Competition among telcos leading to better pricing in Myanmar

After emerging from state-owned monopoly, Myanmar’s telecommunications sector is now a growing market for four competitors: state-owned Myanma Posts and Telecom (MPT), Norway-based Telenor, Qatar-based Oredoo, and MyTel, a partnership of local and foreign entities.

The number of mobile-phone users in Myanmar now totals 56.8 million. Of this number MPT has 22 million subscribers, Telenor 19 million, Oredoo 9 million and MyTel 3.2 million.

“After new operators entered the market, competition increased and brought with it advances and changes,” said Ko Moe Thura, deputy general manager for MPT’s Corporate Communications Department.

MPT monopolised the telecoms market in Myanmar until the government under the presidency of U Thein Sein granted permits to Telenor and Ooredoo to do business in the country.

The Directorate of Telecommunications selected Telenor and Ooredoo to conduct telecom operations and services on June 27, 2013 and gave out the working licences in February 2014.

When Ooredoo and Telenor started selling their prepaid phone plans and SIM cards, people were purchasing them frantically. People, unsatisfied with MPT’s services, were curious and excited about what the two new operators had to offer.

For many years before the entry of the new service providers, MPT charged for local calls at K50 per minute and K25 SMS per message. However, after launching their services, Telenor and Ooredoo charged K25 per minute for local calls and K10 for SMS. Moreover, their internet data rates were also lower.

The Ministry of Transportation and Telecommunications granted operating licences to Telenor and Ooredoo they bid US$500 million and US$1.05 billion, respectively for 15-year contracts for telecom development in the country. The newest entry MyTel, owned by Myanmar National Tele & Communications (MNTC) Co, was set up in January this year after bidding US$300 million.

Mytel is a partnership between Vietnam-based Viettel Co and Myanmar National Telecom Holding Public Ltd, a consortium of local firms and Star High Co owned by the Ministry of Defense.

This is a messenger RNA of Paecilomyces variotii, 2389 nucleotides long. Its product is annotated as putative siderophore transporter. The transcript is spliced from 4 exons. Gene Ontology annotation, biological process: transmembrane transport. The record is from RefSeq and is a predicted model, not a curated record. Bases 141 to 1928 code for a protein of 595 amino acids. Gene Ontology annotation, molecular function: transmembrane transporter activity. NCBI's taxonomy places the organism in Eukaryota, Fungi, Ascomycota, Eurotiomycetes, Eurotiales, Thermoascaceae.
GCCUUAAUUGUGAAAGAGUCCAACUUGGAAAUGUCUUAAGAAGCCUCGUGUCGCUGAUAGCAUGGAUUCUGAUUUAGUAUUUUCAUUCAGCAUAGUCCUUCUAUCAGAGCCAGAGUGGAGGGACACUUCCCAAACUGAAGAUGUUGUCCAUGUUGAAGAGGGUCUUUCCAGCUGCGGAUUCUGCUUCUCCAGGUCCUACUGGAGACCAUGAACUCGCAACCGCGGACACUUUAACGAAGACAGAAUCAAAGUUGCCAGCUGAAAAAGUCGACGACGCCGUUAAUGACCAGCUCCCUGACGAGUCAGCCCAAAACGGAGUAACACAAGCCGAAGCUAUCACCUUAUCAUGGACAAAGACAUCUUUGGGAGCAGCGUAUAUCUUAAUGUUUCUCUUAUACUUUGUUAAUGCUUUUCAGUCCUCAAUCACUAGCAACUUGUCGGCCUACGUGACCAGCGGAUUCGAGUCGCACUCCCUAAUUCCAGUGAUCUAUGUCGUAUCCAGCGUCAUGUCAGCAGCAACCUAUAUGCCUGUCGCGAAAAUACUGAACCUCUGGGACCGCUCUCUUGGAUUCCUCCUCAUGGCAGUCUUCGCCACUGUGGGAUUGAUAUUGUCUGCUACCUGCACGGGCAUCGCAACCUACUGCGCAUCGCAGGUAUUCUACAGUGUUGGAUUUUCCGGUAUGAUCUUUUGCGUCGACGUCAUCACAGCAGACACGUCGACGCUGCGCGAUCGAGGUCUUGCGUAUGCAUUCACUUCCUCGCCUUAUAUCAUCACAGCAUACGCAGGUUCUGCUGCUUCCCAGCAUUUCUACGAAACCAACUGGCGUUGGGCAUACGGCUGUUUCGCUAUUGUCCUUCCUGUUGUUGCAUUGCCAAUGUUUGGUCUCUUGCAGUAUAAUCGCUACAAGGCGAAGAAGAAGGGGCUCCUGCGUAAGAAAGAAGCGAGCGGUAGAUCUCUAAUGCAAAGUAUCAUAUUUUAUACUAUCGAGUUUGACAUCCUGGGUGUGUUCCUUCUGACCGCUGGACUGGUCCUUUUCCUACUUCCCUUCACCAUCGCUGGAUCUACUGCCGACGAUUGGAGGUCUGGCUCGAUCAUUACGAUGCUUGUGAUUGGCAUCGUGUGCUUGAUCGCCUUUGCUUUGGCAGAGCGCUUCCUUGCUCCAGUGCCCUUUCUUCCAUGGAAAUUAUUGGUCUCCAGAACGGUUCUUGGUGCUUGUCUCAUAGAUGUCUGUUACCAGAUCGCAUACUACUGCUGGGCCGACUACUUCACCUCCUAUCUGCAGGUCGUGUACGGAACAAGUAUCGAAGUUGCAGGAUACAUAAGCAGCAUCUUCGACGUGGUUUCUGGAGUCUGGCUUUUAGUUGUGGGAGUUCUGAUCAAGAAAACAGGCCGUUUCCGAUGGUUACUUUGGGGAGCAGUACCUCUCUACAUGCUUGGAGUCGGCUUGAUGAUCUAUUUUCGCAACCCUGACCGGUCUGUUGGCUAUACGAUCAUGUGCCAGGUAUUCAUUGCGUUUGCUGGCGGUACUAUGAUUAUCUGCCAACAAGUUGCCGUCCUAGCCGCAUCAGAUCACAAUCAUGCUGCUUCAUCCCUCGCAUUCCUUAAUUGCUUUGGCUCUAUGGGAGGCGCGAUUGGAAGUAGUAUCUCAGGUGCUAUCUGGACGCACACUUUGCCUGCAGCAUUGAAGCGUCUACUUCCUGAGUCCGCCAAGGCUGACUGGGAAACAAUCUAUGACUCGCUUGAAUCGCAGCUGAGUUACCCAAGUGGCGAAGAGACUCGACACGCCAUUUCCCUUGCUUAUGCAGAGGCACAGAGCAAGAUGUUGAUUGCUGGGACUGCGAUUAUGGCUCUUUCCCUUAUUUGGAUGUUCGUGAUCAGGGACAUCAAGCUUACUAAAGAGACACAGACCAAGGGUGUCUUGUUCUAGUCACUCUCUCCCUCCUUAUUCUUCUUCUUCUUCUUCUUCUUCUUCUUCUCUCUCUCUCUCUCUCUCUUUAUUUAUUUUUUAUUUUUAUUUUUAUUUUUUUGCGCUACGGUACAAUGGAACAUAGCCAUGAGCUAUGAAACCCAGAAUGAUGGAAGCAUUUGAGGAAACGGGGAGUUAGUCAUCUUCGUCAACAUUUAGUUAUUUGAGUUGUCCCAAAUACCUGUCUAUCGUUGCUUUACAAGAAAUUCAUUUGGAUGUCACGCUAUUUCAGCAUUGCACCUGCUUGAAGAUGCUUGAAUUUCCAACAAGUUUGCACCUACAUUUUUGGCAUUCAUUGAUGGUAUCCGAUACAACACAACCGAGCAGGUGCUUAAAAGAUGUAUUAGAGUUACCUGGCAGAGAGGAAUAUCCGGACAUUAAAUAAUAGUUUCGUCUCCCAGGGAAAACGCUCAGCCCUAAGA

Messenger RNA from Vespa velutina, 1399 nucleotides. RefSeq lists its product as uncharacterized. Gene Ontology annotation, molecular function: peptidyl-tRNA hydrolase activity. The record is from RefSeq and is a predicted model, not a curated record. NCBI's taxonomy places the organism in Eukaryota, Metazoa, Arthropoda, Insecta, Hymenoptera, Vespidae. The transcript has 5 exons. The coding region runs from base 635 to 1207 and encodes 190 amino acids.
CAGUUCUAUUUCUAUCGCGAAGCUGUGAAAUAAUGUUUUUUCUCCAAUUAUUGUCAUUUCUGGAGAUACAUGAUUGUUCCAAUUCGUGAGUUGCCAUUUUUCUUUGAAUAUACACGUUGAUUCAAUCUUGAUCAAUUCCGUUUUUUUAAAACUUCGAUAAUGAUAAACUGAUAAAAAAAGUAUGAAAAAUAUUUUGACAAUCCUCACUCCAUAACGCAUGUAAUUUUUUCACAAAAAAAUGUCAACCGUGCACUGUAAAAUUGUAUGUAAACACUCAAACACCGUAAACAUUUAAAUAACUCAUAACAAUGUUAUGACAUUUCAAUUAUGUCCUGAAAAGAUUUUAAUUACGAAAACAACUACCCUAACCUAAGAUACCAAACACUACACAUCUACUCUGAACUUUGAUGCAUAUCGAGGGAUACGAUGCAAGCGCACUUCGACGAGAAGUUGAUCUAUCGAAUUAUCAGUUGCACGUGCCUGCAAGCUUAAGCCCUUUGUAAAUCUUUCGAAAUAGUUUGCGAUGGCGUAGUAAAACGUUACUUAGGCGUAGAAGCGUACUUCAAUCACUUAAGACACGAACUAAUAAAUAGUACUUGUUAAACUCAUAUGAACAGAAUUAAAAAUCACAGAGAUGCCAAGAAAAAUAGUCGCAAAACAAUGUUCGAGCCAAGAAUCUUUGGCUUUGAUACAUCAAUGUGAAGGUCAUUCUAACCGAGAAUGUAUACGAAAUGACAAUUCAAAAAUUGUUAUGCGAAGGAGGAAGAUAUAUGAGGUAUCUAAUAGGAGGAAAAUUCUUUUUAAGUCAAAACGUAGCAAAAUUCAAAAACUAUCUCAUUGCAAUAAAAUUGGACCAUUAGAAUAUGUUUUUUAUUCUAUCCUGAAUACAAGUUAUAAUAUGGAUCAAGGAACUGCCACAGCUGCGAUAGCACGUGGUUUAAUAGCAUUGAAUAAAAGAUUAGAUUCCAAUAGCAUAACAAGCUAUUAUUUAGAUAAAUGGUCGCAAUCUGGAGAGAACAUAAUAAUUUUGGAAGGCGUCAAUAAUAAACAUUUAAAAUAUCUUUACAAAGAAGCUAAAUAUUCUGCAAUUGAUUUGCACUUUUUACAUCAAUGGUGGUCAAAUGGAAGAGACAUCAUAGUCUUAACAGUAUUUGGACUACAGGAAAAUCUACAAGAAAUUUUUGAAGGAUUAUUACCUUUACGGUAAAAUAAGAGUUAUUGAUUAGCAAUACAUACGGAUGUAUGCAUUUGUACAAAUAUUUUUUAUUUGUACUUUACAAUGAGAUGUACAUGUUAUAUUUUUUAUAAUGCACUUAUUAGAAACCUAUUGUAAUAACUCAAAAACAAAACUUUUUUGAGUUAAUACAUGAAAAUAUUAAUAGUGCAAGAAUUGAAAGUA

The telco is jointly owned by Myanmar National Telecom Holding Public Co Ltd with a 23 percent stake, Star High Public Co Ltd with a 28pc stake and Viettel Global, which holds the remaining 49pc.

“It is important for the government to set up an independent regulatory organisation to oversee the telecoms sector in the country as two of the four service operators in the country are tied to the government,” said U Tint Naing Tun, head of corporate communications for Ooredoo Myanmar.

“It doesn’t matter who owns the service provider. We fall under the same regulations and do not receive preferential treatment beyond being able to use some of the cell towers set up by the Myanmar Economic Corporation,” said U Zaw Min Oo, chief external relations officer for Mytel.

Telcos in the country are required to follow the regulations set out by the Department of Post and Telecommunications if they offer promotion programmes. Although the Department of Post and Telecommunications only allows service providers to discount their service charges up to a maximum of 40 percent, it is allowing Mytel to reduce its charges up to 70pc for the time being as it is new to the market.

“We cannot keep up (with other service providers) in infrastructure because we are less than a year old,” said U Zaw Min Oo.

“Telecommunications in Myanmar is rapidly improving and regulations are needed to create level playing field. We would also urge the government to set up a free and independent communications commission to approve new cyber security regulations as soon as possible,” said Telenor Myanmar’s CEO Mr Sharad Mehrotra.

While the four service providers are competing for customers through price discounting, some people say they would prefer the telcos also think about improving their services while also competing on price.

“As the number of operators has increased to four in the country, the market has become more competitive now. But other countries have also seen examples of fierce competition leading to disrupted markets. I hope the telcos give best services to the people while competing fairly with each other,” said the Department of Post and Telecommunications Director General U Soe Thein at Myanmar Connect 2018 telecoms industry conference in September.

Source: Myanmar Times

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